That is, we need to make sure our behaviour aligns with our actions. If it doesn’t, you may find that you’ll be perceived as lacking integrity, which can be a major problem when it comes to building trust.
When it comes to trying to foster autonomy in a team, we need to watch our body language and behaviour closely. When we say we want to provide autonomy or have people become more proactive, our body language needs to say that too.
It doesn’t make sense to tell someone you trust them, and then:
- Check in on them (too) frequently to see how things are progressing
- Give them unsolicited advice on what they should be doing and when; or
- Show nervous, twitchy body language when they’re telling you about an issue they’re having.
Your words are only part of the story. In fact, 55% of your meaning is communicated through body language, 38% through tone of voice, and only 7% is communicated through the words that you use.
Be sure to check your body language and tone, instead of only focusing on the words you are using.
Otherwise, people may believe that you don’t really trust them or believe what you are saying. And then, you might find that your people revert to their normal non-proactive behaviours, which you were trying to change in the first place.
3. There Is a Payoff or a Lack of Consequences For the Current Behaviour
One reason that you may not be seeing the proactive behaviour you are seeking may be because of a lack of compelling consequences, or some sort of payoff for keeping the same behaviour.
A hallmark of proactive behaviour is that people take responsibility for their own issues and work to fix them. This is probably one of the reasons why you’re looking to foster autonomy.
In some instances, I’ve seen leaders run in and fix mistakes for their team members, instead of letting them take accountability. For these team members, this can become a payoff for keeping the non-proactive behaviour. That is – “Even when I make a mistake, someone will fix it for me”.
Another common situation arises when there are really no consequences for passive, non-proactive behaviour. The leader becomes frustrated, but not much else happens.
So the question should be asked – why would the team member bother to make a change?
You might want to foster autonomy and create a more proactive team. But do your people care, and what’s in it for them?
4. You Can’t Foster Autonomy Because of the Hidden Factors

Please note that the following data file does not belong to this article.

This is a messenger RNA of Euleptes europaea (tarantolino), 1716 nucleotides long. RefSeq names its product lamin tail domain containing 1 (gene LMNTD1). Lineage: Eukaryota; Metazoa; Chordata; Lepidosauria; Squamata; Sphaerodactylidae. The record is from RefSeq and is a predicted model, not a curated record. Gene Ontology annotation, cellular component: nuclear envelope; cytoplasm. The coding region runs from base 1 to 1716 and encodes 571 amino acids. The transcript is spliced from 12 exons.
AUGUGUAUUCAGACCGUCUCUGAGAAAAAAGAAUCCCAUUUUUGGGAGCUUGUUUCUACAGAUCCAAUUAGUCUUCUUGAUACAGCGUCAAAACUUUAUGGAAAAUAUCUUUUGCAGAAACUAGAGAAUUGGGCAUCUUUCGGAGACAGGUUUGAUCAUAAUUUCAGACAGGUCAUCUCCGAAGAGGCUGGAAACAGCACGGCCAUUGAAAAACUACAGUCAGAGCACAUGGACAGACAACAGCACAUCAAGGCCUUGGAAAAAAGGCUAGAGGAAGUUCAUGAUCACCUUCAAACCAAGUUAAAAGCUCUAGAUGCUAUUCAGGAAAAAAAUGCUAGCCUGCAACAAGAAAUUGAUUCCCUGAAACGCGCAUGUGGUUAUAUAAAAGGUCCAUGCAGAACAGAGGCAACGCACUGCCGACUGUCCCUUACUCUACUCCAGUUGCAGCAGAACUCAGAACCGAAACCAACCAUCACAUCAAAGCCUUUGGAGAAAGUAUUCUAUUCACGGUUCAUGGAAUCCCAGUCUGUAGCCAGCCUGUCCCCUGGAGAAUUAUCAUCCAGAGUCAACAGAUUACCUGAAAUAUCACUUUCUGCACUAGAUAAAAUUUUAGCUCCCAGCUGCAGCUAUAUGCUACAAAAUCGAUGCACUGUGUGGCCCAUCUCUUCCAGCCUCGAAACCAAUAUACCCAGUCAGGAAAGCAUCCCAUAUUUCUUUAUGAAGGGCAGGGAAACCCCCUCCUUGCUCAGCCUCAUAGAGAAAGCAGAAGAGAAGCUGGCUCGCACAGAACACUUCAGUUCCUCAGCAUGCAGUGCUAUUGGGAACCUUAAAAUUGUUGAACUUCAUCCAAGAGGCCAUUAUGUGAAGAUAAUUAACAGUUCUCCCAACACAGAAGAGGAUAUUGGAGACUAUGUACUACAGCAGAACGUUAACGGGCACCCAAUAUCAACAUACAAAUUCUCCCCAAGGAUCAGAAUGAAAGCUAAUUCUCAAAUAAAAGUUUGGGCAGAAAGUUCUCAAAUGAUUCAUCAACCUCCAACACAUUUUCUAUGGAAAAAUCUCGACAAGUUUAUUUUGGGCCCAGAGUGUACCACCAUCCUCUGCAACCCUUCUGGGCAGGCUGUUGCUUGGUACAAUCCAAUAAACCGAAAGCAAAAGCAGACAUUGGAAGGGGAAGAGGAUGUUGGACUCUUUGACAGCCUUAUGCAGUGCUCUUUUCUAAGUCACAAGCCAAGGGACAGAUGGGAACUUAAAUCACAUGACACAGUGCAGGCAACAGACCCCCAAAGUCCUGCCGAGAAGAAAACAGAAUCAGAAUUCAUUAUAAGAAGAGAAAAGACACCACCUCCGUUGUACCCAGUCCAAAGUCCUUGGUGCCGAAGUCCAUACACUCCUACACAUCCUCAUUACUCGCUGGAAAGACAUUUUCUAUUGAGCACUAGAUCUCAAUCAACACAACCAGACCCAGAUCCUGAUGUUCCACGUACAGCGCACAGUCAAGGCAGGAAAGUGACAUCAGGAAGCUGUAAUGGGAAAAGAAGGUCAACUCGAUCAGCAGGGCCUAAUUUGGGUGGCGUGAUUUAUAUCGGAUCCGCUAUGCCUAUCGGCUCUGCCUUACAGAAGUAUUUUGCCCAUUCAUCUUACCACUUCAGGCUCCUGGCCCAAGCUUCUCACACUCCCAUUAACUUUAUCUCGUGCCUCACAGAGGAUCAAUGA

Sometimes we do seemingly all the right things and put the right factors in place, but we *still* don’t see the shift in behaviour we’re looking for.
People continue to resist our attempts to foster autonomy and instead maintain their old behaviours.
Consider the iceberg model that was mentioned earlier in the post.
Are there hidden factors beneath the iceberg that are getting in the way of the team member making a change?
Some Examples of the Hidden Factors Which May Be Tripping You Up
Here are a few examples (of many possibilities!) that could be relevant:
- Your team member has a high “power distance”. That is, they respect authority and are unlikely to push back or question people in leadership roles. This could be influenced by cultural factors, personality, or simply by previous experiences in the workplace. They may feel very uncomfortable making decisions for themselves – instead they wait for orders.
- Your team member had a bad boss in the past. They got in big trouble when they made a decision once… so they’re not likely to want to do it again!
- Team dynamics. Perhaps a team member is worried that if they are proactive, they may appear as if they’re trying to get ahead, at the expense of other team members. It might just feel socially safer for them to keep doing what the rest of the team does.
There are an almost unlimited amount of factors that could be at play here. Instead of trying to guess them all, it might just be easier to try to get to the root of the problem by having a more direct conversation.
Could a More Direct Conversation Be the Answer?
In terms of structure, it can be useful to tell them what you’ve observed, why you’re concerned about it and then get their perspective on the situation.
You might hear something you didn’t quite expect.
After you’ve spent some time uncovering the potential roadblock, you can now work together to see if you can come up with a potential way forward.
It’s not your job to be a therapist or counsellor for your team. But sometimes, having an open conversation about what you’re seeing can help to solve the problem.
Trying to foster autonomy in a team can be a challenge.
Your people have their own “stuff” which may prevent them from stepping up and taking ownership. And you have all your own baggage which may be preventing you from letting go so easily, too.
Clear and open communication, persistence and a bit of trial and error can go a long way to unlocking the proactive potential of your team.
What challenges have you encountered when trying to give your team more autonomy or improve proactivity? Let me and all the thoughtful leaders know in the comments below!